the verdict:

I'm used to ice cream with alcohol; I routinely add rum to our everyday vanilla ice cream and I've made an assortment of alcohol-flavored ice creams (for example, here and here) I've also churned several different coffee ice creams, but I've never combined the coffee with alcohol in ice cream, so I was curious to sample Beard's recipe. The taste of the cognac was front and center - this ice cream is quite boozy - but the coffee provided a nice supporting flavor. In fact, the ice cream was a little bit like a frozen Irish coffee.

My husband enjoyed this ice cream flavor quite a bit. When I told him he couldn't polish off the carton of ice cream quite yet because I needed to photograph it, his comment was, "Why? all ice cream looks the same." I have to admit that he has a point, especially given all the tan and white ice creams that we eat! Luckily I could placate him with cookies and saved the ice cream to photograph the next day in daylight.

Because this ice cream was not custard based it tasted a little "thin" when I ate it on its own. But with a brownie on the side, this ice cream was an amazing complement to the chocolate. A perfect Valentine's dessert.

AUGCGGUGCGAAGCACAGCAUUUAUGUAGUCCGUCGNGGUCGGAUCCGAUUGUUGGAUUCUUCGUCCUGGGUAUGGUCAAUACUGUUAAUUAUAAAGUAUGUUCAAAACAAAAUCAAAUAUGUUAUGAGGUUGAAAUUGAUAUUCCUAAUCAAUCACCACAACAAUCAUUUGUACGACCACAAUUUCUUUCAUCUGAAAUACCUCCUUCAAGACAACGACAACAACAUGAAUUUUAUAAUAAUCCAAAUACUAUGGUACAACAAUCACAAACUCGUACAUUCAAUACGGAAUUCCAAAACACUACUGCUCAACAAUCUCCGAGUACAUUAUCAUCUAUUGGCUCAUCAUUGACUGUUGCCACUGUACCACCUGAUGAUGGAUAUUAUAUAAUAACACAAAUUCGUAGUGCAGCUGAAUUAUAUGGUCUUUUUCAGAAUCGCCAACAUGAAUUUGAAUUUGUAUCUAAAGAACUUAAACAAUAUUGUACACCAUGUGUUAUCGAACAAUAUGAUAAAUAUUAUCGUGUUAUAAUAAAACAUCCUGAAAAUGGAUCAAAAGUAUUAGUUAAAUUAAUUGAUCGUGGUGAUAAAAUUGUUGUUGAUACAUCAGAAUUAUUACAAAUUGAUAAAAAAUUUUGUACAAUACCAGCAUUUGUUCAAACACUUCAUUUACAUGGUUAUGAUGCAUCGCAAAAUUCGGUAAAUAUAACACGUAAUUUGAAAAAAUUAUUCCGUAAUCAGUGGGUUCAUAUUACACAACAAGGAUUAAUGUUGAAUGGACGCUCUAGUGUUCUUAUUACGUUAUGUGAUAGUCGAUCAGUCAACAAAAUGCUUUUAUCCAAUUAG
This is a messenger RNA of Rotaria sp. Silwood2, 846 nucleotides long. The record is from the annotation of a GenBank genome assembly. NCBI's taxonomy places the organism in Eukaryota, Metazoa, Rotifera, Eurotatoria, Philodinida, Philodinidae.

Happy Valentine's Day!

Wednesday, February 9, 2011

Cornmeal Lime Cookies

In the run-up to Christmas I read a lot of year-end cookbook reviews. A lot. You can see links to most of them from this post I wrote in December. The more I read, the longer my Christmas list grew and on Christmas morning there was a tall stack of cookbooks under the tree. I've been dipping into my new books here and there, and will be sharing some of my new finds with you, but one book that I've not yet used is Flour: Spectacular Recipes from Boston's Flour Bakery + Cafe, written by Joanne Chang, owner of the three Flour bakeries in Boston.

My friend Mary of Popsicles and Sandy Feet is pretty much the reigning expert on the Flour cookbook. She's probably baked half of the recipes from the book at this point! I got the chance to meet Mary in person in November, and we hit it off instantly. We don't live very close to each other - Connecticut and Georgia - so we keep up with what's going on in each other's kitchens via Twitter. We got to talking and planned a Twitter bake-along for the Cornmeal Lime Cookies. We baked at the same time, in our own homes, and compared notes as we went along. Lucky for me, Mary was a bit ahead of me and I got to benefit from her tips as she baked! Check out her cookie post for more lime-cookie goodness!

n.o.e.'s notes:

- I used my brand new Flour cookbook for the recipe, but you can find it on this blog.

- I made 3/4 recipe, which scaled fairly easily. I would have needed 1.5 eggs, but luckily I had an 81 gram jumbo egg (a chicken egg!) which was a perfect equivalent for the way I scaled the recipe.

- The recipe calls for creaming the butter and sugar for a very long time. I used my hand mixer and instead of the recommended 10 minutes, I creamed for 7. The butter was plenty fluffy at that point.